Appropriate IT integration is the key to capturing most functional and operational synergies and leveraging existing IT infrastructure. It is essential to effectively address the basics: managing the business and support processes, consolidating legal entities and functional structures, and handling the IT requirements within certain financial constraints.

Overall there are four different integration approaches, listed in order of increasing risk:

1. Parent Company Approach – In this soft approach the two merging entities will run their systems concurrently for a while and choose the best later.

2. Old Legacy Approach – In this approach the strategies, best practices, processes, systems, etc., of one of the entities are adopted by the new organization.

3. Best of the Breed Approach – In this approach the strategies, best practices, processes, systems, etc., of one of entities are adopted from the other.

4. Clean Slate Approach – In this approach, the merged business starts with a clean slate, using brand new systems.

In order to be successful with any of these approaches, business processes need to be well-defined across different functions. M&A places a lot of pressure on executives to capture the benefits sooner rather than later. However, integrating two different technological systems is a massive challenge. It requires extensive preparation, phased transitions, and intensive testing. In order to achieve significant post-merger benefits in IT, an integration plan that clearly defines the goal, process and approach is required, which should include the following:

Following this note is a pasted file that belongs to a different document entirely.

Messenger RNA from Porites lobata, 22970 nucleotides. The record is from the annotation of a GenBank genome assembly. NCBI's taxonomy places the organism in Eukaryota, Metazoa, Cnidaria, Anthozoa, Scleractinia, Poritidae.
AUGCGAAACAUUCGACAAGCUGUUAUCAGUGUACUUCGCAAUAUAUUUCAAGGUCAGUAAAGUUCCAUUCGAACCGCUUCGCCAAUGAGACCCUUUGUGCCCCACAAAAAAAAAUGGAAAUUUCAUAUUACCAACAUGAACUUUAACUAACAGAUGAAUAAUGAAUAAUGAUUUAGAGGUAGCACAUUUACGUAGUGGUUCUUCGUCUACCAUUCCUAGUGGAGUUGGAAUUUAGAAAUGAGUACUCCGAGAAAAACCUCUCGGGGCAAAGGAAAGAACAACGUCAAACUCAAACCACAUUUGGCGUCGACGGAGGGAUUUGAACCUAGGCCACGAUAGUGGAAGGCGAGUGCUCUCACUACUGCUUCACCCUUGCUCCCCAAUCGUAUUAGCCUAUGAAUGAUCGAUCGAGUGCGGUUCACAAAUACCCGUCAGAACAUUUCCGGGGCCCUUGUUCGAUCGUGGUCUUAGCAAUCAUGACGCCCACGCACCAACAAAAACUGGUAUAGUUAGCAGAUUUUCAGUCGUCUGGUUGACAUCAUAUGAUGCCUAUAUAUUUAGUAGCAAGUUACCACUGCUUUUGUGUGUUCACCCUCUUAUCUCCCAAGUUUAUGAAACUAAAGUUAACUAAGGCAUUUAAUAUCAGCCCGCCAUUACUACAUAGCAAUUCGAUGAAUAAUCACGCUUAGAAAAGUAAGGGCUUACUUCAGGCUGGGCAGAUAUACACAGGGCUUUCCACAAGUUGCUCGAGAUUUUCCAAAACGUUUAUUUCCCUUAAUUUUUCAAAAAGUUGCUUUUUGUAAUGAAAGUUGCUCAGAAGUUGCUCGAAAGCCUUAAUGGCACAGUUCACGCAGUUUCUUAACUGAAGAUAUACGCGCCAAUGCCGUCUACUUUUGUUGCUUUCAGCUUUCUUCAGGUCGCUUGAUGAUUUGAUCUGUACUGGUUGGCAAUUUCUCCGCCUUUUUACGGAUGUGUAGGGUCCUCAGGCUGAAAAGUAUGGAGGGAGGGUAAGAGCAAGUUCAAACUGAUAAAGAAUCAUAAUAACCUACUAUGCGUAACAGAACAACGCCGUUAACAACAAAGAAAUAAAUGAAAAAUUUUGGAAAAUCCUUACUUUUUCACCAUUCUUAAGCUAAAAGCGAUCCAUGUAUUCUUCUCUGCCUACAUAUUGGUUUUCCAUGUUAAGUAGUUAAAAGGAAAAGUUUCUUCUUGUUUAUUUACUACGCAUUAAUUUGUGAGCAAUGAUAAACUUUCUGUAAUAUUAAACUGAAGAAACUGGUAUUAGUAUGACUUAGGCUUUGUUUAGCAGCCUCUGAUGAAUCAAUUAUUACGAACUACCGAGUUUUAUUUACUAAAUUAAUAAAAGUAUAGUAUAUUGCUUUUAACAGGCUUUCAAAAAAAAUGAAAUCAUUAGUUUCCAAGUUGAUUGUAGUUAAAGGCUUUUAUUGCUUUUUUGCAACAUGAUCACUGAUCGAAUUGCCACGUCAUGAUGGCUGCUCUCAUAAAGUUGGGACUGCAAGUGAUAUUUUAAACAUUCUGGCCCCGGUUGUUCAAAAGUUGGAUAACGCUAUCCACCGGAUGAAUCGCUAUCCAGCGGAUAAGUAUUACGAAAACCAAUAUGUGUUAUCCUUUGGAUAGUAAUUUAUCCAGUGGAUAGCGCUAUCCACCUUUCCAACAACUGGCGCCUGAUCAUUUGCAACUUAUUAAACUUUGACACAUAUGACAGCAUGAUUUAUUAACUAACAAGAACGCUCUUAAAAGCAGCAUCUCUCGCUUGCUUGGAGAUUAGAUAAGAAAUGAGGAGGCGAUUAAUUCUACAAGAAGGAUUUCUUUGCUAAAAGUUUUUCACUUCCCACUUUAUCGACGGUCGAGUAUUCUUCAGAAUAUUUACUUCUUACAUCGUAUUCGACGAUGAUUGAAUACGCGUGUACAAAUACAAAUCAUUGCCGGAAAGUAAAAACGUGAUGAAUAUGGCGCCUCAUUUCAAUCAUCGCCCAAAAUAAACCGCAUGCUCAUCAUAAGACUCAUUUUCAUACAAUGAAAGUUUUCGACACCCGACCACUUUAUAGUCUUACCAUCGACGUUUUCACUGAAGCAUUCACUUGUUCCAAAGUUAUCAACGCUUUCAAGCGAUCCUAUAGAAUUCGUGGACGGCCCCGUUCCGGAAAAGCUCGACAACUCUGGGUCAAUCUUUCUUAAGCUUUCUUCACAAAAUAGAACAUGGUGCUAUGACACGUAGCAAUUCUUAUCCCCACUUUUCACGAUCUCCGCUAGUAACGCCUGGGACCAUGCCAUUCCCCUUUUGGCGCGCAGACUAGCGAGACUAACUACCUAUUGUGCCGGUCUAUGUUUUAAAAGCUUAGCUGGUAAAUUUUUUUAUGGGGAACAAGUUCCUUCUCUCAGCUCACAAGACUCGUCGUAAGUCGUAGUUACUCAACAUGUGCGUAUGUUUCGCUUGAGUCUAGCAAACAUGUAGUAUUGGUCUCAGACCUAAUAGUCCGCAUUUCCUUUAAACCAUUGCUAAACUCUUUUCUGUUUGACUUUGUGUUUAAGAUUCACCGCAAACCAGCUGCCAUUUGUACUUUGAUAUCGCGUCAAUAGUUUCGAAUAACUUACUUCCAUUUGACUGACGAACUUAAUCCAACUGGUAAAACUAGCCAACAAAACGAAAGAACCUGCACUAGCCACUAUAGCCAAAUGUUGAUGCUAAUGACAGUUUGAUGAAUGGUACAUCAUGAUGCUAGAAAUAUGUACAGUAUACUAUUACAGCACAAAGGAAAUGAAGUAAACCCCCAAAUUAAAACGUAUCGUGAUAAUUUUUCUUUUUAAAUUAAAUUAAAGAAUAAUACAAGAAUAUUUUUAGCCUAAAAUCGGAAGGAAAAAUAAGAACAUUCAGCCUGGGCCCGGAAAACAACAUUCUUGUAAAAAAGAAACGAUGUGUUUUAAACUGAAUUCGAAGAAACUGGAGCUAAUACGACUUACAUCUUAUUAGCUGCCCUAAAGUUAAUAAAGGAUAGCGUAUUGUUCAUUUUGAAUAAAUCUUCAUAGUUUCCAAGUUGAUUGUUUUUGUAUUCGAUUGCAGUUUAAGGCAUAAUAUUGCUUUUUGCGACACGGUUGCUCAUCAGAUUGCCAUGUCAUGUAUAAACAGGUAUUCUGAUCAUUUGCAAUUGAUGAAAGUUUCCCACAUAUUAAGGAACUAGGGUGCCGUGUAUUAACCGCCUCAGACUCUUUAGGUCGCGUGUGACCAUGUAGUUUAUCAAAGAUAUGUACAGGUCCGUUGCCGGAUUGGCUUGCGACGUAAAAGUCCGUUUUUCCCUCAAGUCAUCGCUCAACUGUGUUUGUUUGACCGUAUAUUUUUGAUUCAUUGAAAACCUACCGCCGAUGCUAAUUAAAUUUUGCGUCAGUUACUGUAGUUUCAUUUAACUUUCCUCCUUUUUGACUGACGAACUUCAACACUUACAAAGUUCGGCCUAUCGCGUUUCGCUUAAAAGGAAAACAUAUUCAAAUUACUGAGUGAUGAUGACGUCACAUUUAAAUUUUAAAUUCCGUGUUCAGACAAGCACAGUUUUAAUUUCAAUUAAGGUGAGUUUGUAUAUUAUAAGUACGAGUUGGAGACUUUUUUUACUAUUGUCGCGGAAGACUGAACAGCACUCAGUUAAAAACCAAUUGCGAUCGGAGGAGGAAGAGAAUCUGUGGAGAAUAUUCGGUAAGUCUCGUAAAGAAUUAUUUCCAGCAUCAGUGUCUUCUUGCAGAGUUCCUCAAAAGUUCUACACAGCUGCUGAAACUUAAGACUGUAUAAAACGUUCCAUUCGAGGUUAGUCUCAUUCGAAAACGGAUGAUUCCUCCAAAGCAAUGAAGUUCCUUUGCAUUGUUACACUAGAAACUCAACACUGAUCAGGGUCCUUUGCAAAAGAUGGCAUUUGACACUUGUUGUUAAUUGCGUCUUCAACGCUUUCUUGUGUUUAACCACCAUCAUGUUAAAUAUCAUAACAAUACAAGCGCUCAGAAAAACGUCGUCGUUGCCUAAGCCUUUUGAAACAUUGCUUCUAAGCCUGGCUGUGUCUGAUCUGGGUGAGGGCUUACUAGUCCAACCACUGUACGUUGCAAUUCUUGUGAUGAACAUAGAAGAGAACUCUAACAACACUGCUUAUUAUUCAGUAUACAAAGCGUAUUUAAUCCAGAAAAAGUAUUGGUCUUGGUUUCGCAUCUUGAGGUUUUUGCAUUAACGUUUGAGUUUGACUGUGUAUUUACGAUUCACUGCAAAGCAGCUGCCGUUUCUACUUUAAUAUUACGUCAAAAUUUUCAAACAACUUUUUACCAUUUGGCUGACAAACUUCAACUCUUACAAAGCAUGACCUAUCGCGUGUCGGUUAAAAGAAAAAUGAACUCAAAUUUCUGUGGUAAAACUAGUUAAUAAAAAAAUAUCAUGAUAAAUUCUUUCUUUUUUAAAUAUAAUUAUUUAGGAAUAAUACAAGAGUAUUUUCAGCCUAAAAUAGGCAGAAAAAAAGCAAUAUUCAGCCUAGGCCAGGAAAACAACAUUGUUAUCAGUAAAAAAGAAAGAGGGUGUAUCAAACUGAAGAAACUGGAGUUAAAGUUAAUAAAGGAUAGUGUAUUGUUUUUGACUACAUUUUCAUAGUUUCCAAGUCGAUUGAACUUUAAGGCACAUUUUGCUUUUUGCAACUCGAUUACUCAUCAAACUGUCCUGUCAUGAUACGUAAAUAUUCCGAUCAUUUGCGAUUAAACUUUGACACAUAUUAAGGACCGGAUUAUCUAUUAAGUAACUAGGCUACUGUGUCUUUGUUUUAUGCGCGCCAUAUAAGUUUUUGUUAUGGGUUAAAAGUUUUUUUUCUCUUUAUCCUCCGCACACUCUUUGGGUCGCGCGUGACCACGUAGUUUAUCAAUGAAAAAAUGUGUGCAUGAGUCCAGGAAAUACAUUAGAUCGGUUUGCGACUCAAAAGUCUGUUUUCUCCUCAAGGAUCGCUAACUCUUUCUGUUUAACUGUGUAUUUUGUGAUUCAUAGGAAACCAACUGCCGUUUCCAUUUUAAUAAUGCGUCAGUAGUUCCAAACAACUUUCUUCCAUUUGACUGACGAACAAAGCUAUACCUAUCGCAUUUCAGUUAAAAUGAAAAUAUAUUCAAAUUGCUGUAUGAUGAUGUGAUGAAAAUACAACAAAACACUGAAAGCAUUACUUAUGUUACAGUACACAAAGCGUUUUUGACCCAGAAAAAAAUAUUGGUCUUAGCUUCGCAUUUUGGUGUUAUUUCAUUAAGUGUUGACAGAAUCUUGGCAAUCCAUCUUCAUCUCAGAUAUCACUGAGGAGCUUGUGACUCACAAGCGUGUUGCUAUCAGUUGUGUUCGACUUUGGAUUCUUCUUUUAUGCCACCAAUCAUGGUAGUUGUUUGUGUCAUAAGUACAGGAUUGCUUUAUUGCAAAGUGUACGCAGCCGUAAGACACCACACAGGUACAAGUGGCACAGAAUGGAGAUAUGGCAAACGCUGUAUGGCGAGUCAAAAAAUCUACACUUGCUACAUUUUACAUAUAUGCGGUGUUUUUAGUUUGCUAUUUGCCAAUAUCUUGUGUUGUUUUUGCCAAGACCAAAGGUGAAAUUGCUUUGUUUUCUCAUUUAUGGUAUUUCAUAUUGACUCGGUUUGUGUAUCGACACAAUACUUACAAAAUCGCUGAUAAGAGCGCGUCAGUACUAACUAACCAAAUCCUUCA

1. Integration Blueprint – Principles, strategy, and a pragmatic approach with clear migration paths and workable operational model.

2. Milestone Plan – Predefined set of objectives, project controls and clear definitions of the governance process, in sync with corporate governance.

3. Portfolio Management – Clearly defined, value-driven project priorities and portfolios.

4. Contingency Plan – Clearly defined, with interdependencies and integration points.

5. Readiness Plan – Maps key strategies to make each stakeholder ready and able to deliver and benefit from the desired outcomes stated above.

6. Monitoring Framework – Provide accurate, detailed and adaptive monitoring of all of distributed computing components and data, including the network.